Sunday, November 19, 2006

Now At The Getty: The Religious Art of Sinai and Dresden

Running now through March 4th at the J. Paul Getty Museum in Los Angeles, Holy Image, Hallowed Ground: Icons from Sinai represents the largest American instillation of Byzantine icons from St. Catherine's Monastery on the Sinai Peninsula -- which happens to house more than half of all Eastern icons in existence. As such, Holy Image, Hallowed Ground constitutes a major event in the art world on the basis of its subject alone. Therefore, it is all the more gratifying that the exhibition not only establishes the stylistic and thematic range of the pieces, but their substantial aesthetic value as well, and at least a facsimile of their impact. These are works that don't reproduce well, however -- the pieces require the beholder to interact with them in their space. Take for instance the masterful Late 12th century Annunciation from the Holy Monastery: here, a burnished golden ray of light cuts through the large, empty gold-leaf background, depicting the Holy Spirit's descent in the scene. In print -- or on-screen -- the work's compositional grace is manifest, though it fails to reach its genuine phenomenological impact: in person, the ray of light seems to almost descend toward the Virgin when one moves in front of the icon, with the burnished ray becoming apparent from certain angles when it is invisible from others.

Another instance of this work's power in its presence can be found in the superlative 11th century Scenes of the Nativity immediately to the Annunciation's left. In its case, the work's beautiful color palette becomes visible in a manner that seems impossible in print or on line. Yet, it is not simply that the work utilizes rich hues, but that they guide the beholder's view, narrating what is genuinely a sophisticated narrational space: the viewer's gaze lands at the Mary and then the midwife in the upper center of the composition, before his/her attention is led to the magi approaching and then to a scene of their adoration of the Christ child. (This element again is not evident in print, and therefore does not fully tell the story of their readings; in person, the nativity works in much the same way as Masaccio's Tribute Money.) However, this piece's complexity does not begin and end with its color schema, but indeed finds a form to communicate multiple narrative scenes within the hilly topography of the composition -- often in clearly readable sequences. In addition, this eleventh century work (most likely originating in Constantinople) utilizes space in a fashion where form articulates content, as with the beam of light that connects the Christ child with the ethereal upper register, or with the magi literally leaving on the panel's other side (thereby giving form to the axiom that they left on a different route after being warned by an angel -- whom we see with them elsewhere). And then of course there is the exceptional detail that was once thought to be the purview of the illuminated manuscript, but again in the presence of these works is shown to be essential to their achievement.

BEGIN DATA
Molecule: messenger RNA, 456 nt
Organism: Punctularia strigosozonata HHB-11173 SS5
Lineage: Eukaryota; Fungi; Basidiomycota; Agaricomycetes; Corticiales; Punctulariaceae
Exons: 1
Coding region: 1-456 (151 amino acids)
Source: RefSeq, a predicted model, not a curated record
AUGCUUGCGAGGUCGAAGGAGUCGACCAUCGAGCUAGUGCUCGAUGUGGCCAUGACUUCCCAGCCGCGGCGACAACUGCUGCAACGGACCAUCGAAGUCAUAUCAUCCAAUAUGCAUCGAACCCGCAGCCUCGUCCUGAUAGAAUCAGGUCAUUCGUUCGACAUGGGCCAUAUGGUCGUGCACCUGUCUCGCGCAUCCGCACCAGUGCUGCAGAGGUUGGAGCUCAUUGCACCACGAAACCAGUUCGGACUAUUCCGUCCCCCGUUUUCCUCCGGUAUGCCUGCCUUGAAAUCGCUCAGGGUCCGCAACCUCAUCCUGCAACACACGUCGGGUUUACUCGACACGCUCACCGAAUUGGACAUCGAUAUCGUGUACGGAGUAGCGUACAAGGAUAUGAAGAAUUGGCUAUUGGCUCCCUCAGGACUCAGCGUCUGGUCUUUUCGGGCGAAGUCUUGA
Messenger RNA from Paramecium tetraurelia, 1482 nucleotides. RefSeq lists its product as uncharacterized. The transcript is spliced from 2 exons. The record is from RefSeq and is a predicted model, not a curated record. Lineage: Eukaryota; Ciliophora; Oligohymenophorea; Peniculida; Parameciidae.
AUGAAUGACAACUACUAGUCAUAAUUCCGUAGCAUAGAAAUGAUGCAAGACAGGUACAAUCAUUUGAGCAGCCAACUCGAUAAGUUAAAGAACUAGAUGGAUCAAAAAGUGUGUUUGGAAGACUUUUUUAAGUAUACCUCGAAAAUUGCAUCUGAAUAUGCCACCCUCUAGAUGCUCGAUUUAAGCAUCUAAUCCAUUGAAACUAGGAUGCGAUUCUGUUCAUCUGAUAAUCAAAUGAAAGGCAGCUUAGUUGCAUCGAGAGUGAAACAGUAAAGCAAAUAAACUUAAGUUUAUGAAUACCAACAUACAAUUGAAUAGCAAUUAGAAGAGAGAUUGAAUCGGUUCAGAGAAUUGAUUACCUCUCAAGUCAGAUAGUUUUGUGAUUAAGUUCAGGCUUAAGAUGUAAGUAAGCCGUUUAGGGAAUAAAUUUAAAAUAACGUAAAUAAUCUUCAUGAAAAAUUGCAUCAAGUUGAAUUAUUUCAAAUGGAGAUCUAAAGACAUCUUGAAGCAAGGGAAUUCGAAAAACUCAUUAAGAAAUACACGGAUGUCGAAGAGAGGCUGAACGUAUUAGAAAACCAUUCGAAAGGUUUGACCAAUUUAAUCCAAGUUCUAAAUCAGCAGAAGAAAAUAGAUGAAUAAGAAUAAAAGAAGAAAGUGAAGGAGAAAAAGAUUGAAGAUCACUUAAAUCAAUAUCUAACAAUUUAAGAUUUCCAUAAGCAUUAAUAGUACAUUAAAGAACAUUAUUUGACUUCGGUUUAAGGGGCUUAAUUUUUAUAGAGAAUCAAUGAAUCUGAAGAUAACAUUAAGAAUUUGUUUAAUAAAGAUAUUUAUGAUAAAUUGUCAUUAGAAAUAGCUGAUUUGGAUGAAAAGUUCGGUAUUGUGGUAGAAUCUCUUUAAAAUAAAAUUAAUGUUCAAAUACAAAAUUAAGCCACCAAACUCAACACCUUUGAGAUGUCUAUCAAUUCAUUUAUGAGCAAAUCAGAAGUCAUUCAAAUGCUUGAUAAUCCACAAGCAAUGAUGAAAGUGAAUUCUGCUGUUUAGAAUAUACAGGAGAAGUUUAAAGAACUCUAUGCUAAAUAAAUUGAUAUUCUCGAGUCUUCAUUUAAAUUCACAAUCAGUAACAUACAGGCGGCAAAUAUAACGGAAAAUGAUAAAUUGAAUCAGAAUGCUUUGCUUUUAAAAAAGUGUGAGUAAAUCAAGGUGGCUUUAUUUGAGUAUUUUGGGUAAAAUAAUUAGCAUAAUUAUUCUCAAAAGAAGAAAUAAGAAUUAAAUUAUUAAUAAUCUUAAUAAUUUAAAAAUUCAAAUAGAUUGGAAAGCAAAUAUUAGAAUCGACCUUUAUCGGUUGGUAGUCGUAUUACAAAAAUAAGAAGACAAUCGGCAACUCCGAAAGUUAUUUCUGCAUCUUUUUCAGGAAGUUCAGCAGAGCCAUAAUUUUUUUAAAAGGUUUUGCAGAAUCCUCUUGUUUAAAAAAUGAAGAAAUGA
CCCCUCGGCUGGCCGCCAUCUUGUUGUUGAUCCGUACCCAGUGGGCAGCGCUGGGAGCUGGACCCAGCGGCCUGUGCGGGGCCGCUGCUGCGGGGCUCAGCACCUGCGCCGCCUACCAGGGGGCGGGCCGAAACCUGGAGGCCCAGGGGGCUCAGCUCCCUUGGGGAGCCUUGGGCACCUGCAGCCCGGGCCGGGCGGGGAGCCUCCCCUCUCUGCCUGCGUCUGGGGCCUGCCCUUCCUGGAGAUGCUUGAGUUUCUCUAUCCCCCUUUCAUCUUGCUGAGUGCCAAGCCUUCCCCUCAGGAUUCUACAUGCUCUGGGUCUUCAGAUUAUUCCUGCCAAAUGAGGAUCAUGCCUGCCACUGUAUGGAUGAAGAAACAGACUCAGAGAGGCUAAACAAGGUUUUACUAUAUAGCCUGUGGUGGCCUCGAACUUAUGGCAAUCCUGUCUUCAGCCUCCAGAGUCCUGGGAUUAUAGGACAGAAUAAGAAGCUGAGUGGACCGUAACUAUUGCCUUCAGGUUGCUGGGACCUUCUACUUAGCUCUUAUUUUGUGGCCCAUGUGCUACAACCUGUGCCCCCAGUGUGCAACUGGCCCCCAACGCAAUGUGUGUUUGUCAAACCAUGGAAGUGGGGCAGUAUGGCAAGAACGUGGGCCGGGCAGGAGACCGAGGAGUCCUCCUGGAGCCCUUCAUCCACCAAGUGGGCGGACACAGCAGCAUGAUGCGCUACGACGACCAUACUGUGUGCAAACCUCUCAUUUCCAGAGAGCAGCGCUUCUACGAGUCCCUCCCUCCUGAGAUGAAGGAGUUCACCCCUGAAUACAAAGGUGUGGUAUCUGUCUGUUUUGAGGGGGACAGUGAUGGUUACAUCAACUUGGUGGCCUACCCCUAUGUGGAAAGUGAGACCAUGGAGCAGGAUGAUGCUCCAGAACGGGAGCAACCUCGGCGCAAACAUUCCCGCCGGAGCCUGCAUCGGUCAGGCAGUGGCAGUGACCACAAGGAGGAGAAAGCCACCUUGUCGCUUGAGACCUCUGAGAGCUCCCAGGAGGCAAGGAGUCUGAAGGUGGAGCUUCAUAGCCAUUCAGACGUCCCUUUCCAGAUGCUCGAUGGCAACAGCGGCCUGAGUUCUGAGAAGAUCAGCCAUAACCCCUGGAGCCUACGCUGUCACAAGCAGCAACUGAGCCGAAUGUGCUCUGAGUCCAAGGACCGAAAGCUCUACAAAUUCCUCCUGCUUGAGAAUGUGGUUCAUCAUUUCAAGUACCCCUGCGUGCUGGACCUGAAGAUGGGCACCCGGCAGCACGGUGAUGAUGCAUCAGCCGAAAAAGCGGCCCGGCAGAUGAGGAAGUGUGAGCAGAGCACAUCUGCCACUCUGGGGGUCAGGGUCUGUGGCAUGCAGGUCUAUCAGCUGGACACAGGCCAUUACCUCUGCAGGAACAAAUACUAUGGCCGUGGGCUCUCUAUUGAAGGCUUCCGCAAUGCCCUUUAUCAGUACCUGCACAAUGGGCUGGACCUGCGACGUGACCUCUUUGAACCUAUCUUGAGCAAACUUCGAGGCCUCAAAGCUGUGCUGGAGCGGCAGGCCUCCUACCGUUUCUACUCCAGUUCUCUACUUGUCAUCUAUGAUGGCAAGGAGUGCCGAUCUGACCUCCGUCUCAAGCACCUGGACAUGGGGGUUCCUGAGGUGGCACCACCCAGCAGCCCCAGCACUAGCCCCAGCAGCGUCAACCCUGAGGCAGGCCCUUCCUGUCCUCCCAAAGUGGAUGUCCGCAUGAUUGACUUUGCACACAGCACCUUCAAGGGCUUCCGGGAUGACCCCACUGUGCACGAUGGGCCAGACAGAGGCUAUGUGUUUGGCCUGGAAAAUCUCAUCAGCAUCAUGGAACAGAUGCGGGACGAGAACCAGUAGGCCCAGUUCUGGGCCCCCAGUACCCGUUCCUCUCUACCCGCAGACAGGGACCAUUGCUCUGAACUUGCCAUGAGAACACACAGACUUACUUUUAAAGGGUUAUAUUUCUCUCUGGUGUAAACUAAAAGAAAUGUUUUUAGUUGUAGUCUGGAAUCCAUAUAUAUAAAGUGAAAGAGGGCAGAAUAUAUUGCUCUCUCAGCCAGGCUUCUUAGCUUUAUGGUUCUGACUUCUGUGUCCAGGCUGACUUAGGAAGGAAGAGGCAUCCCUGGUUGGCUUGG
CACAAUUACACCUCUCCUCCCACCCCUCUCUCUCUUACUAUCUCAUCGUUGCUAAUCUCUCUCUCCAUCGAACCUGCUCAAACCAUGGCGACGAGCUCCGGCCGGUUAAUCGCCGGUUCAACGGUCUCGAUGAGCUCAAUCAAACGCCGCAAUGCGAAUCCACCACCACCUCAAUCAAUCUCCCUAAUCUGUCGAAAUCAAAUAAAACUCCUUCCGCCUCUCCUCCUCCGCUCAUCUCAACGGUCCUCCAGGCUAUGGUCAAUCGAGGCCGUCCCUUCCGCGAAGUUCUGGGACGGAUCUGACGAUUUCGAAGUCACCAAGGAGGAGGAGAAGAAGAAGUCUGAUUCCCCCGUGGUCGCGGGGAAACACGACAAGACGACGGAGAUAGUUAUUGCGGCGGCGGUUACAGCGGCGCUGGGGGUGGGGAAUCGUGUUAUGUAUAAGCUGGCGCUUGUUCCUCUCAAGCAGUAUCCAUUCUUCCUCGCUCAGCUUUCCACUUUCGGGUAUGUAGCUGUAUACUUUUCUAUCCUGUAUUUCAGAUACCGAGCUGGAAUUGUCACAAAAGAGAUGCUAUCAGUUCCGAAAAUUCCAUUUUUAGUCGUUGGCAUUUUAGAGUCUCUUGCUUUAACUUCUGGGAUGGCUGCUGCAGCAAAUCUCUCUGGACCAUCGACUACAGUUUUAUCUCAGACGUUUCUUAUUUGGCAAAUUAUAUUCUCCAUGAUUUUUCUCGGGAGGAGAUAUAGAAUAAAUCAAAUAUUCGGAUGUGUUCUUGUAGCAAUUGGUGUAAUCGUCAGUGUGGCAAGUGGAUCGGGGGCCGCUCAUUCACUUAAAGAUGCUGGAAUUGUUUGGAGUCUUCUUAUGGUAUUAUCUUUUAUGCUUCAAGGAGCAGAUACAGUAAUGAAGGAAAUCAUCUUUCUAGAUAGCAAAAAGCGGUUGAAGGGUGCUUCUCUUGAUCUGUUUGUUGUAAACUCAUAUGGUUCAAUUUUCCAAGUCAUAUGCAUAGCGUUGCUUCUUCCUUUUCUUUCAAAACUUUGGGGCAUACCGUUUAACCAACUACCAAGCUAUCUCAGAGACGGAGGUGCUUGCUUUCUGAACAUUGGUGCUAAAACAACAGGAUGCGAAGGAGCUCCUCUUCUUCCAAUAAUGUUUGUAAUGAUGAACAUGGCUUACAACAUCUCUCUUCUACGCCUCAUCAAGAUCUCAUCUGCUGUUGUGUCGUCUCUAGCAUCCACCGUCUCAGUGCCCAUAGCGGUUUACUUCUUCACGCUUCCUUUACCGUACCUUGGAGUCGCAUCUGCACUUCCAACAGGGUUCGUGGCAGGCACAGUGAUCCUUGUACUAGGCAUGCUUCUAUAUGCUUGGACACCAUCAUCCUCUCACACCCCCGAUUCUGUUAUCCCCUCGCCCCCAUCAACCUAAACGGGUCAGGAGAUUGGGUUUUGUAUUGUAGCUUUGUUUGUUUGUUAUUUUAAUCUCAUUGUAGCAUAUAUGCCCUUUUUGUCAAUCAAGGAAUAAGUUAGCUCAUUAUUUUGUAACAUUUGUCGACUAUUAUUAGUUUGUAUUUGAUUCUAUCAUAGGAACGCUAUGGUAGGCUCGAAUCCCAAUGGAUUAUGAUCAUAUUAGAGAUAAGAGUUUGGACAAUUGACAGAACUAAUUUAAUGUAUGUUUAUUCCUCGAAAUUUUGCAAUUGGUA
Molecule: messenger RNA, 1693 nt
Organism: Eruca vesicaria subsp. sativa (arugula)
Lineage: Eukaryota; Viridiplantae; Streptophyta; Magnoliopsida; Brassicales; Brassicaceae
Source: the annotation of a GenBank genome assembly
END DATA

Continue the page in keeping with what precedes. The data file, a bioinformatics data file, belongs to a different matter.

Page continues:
If I am becoming a bit long-winded with reference to this single piece, it is because I have been studying it specifically for the past couple of months, in preparation for the exhibition. For the sake of total disclosure, in my new life as an art historian, I have been enrolled in Holy Image, Hallowed Ground's curator Robert Nelson's Icons seminar at Yale. Having said that, let me also say that with my intimate experience of the pieces for these past few months, I can say without reservation that Prof. Nelson's exhibition has exceeded my expectations. These are works that are not only made to be seen, but to be interacted with, in space that the Getty has recreated admirably. For those who can and do see these pieces at the Getty sometime in the coming months, this is the sort of exhibition that can make one rethink its period, and in fact the history of art. Future writers of textbook surveys will need to contend with the Annunciation, Scenes of the Nativity, St. Theodosia (from the catalogue cover; above), a remarkable 6th century St. Peter, and countless other works of similar sophistication -- not that their reproduction will tell us what we need to know about these wonderful works.

Ironically, then, another exhibition currently on view at the Getty showcases a series of works that are actually more impressive in reproduction, as a colleague of mine pointed out: Gerhard Richter's 2005 Wald Series in From Caspar David Friedrich to Gerhard Richter. These series of anti-art, semi-figurative landscapes, commissioned for this exhibit to respond to the half-dozen or so Dresden Friedrich's on display, suffer from the excessively intense over-head lighting and the space's stark white walls (in contrast to the purple tones in the two Romantic-era rooms) to be sure; even so, these spatial difficencies do not mitigate the garish palette of this modern heavyweight: the resonant golds of the catalogue are in the presence of the works, ill-conceived lemons. Moreover, the cycles themselves are incomplete, and at a point, arrest for lack of continuity -- while patterns emerge, to be sure, as with a rich series of landscapes reproducing water effects (again more poetic in print), at some point these same patterns fall apart, denying the cohesiveness that an engagement with the Romantic master would seem to dictate -- that is, if they are to respond to him at all.